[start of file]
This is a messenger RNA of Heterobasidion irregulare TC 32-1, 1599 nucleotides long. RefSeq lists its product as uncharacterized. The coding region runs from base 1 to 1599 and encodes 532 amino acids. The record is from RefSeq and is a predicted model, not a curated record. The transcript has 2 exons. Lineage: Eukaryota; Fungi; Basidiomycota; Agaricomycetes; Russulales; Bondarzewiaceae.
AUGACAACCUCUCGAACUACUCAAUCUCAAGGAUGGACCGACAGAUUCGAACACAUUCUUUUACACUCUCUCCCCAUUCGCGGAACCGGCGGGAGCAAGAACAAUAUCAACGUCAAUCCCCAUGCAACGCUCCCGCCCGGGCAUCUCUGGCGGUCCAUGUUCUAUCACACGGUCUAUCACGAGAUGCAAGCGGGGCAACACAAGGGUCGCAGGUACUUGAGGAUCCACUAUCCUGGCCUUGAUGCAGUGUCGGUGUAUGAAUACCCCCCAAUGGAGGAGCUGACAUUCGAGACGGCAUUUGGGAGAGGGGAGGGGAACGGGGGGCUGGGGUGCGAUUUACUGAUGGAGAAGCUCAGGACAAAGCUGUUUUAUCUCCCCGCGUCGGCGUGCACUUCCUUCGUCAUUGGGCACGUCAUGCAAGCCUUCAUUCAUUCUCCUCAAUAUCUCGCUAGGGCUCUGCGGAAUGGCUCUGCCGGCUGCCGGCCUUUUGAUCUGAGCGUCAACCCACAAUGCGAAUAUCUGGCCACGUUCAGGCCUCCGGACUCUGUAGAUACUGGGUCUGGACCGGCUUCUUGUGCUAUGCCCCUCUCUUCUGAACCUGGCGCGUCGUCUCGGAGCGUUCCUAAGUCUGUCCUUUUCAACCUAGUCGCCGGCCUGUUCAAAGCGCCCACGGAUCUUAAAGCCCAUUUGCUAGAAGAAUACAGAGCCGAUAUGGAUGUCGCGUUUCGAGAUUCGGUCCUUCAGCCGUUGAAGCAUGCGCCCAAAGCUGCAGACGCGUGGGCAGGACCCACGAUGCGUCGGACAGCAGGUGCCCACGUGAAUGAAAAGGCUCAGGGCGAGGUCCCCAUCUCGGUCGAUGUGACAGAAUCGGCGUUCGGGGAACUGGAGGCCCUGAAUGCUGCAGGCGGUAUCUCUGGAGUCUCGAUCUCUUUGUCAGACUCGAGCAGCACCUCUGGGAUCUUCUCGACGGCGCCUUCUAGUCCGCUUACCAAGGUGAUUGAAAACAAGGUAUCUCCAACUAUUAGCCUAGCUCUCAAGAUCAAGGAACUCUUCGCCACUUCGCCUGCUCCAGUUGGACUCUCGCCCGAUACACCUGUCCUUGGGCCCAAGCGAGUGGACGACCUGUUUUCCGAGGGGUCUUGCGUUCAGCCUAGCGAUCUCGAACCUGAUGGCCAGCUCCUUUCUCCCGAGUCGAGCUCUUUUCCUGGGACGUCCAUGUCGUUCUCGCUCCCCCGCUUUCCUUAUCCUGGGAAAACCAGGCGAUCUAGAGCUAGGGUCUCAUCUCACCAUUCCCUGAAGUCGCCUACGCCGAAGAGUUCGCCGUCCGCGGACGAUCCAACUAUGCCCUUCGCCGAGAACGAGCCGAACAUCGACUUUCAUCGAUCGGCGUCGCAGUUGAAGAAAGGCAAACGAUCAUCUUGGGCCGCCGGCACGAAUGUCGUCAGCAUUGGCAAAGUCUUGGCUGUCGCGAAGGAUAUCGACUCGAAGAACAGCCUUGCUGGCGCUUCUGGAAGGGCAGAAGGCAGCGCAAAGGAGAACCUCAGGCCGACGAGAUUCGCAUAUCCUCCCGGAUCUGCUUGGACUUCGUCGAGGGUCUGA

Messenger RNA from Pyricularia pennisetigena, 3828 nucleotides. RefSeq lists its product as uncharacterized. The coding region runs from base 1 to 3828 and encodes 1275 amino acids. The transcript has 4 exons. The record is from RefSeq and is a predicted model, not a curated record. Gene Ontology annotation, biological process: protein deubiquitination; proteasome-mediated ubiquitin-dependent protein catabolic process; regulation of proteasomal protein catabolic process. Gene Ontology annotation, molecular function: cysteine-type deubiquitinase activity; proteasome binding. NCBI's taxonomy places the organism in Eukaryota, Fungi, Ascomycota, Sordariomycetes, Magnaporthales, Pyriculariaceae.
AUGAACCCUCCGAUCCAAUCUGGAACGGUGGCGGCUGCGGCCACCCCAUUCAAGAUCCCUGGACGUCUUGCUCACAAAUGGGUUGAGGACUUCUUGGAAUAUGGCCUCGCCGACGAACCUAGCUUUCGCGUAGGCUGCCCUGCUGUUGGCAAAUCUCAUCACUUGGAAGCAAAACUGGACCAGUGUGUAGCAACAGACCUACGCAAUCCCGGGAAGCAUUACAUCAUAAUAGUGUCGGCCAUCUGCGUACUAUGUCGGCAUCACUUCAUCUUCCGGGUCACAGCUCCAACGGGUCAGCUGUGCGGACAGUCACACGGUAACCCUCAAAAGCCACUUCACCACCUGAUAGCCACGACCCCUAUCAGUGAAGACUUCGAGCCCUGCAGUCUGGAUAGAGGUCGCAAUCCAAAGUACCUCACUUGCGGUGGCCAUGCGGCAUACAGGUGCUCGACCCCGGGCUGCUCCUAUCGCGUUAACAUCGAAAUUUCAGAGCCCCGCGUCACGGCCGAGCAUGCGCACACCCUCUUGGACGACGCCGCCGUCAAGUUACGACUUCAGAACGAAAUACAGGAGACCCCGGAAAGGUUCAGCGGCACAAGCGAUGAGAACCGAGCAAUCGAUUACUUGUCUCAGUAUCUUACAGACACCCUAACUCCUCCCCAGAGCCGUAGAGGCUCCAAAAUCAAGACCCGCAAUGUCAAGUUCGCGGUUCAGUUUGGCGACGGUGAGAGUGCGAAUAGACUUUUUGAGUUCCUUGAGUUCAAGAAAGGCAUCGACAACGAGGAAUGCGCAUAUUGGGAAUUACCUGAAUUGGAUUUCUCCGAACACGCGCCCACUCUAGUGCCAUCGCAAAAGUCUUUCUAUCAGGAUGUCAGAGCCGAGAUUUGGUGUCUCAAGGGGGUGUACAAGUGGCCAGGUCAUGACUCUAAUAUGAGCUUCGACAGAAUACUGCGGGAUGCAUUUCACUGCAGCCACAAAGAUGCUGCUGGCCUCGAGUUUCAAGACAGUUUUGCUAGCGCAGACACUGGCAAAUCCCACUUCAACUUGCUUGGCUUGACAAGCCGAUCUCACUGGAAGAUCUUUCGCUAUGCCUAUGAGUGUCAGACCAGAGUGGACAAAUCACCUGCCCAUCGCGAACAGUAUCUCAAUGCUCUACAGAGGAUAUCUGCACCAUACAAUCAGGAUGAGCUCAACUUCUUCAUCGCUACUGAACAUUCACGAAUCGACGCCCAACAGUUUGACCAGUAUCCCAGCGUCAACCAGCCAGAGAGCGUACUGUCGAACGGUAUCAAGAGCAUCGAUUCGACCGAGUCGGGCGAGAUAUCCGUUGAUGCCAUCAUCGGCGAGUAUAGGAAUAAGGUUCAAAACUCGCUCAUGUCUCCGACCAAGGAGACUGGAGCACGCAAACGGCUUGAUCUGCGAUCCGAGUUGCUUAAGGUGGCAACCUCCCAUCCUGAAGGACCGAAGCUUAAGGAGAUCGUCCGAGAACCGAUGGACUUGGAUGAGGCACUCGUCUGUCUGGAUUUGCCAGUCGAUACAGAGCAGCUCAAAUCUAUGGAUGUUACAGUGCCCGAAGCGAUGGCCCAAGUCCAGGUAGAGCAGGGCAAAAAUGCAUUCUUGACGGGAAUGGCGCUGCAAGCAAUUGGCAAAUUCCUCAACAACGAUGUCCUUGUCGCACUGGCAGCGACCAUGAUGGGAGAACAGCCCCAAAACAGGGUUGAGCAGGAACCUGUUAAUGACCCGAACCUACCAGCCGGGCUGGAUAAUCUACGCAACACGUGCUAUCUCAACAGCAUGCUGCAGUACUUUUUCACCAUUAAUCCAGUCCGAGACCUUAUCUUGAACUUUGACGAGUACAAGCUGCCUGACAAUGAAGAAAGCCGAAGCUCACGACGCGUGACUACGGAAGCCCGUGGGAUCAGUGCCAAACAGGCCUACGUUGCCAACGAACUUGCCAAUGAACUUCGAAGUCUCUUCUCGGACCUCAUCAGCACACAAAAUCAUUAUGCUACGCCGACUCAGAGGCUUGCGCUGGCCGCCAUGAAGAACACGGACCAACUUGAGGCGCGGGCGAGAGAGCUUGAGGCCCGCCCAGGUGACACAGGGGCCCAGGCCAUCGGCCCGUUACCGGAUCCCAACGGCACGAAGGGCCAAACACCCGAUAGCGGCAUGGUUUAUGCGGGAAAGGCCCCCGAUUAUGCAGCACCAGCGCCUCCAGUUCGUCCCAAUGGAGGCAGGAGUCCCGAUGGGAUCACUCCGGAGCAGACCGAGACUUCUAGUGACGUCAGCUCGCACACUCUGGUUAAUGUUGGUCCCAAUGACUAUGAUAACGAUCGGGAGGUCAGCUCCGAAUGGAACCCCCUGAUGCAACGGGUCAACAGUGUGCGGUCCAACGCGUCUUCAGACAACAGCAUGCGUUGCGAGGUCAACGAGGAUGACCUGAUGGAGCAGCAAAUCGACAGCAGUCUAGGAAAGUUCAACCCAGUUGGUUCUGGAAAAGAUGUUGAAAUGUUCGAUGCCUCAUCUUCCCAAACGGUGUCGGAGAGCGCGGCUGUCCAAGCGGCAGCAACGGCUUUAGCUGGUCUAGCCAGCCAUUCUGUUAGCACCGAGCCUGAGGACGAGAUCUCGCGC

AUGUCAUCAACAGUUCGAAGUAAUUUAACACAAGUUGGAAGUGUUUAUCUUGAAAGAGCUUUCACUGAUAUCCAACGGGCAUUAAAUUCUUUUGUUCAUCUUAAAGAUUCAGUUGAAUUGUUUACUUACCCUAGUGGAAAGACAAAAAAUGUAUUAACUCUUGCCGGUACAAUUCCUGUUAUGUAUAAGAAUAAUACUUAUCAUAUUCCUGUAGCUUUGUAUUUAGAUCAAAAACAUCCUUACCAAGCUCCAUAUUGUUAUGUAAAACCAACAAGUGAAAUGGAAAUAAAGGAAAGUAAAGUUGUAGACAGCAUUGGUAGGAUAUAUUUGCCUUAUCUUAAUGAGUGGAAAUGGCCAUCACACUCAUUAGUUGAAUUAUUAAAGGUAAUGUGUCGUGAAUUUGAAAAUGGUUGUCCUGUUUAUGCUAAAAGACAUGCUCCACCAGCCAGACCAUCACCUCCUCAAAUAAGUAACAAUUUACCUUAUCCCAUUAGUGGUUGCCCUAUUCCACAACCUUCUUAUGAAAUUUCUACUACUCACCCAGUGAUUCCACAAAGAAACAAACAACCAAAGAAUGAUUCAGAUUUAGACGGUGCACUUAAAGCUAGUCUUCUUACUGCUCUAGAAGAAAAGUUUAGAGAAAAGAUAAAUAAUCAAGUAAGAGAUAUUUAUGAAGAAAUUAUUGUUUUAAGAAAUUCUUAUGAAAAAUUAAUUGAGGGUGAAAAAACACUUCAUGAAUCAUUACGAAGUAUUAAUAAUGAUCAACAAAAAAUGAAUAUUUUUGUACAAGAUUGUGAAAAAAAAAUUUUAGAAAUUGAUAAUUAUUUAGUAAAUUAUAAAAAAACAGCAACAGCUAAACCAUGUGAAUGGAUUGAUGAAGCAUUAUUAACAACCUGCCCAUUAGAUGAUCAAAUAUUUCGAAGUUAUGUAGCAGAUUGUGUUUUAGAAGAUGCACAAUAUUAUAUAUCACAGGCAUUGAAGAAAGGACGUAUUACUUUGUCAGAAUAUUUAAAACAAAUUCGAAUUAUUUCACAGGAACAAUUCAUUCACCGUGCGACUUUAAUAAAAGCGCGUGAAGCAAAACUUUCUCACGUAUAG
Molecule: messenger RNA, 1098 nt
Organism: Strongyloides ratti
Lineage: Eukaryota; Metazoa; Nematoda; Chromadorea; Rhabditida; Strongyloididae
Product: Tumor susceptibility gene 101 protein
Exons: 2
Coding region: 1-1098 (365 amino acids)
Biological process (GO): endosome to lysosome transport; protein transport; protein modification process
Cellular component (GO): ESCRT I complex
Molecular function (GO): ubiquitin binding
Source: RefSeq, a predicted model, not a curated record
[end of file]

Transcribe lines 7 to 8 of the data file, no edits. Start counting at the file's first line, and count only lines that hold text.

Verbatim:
Organism: Strongyloides ratti
Lineage: Eukaryota; Metazoa; Nematoda; Chromadorea; Rhabditida; Strongyloididae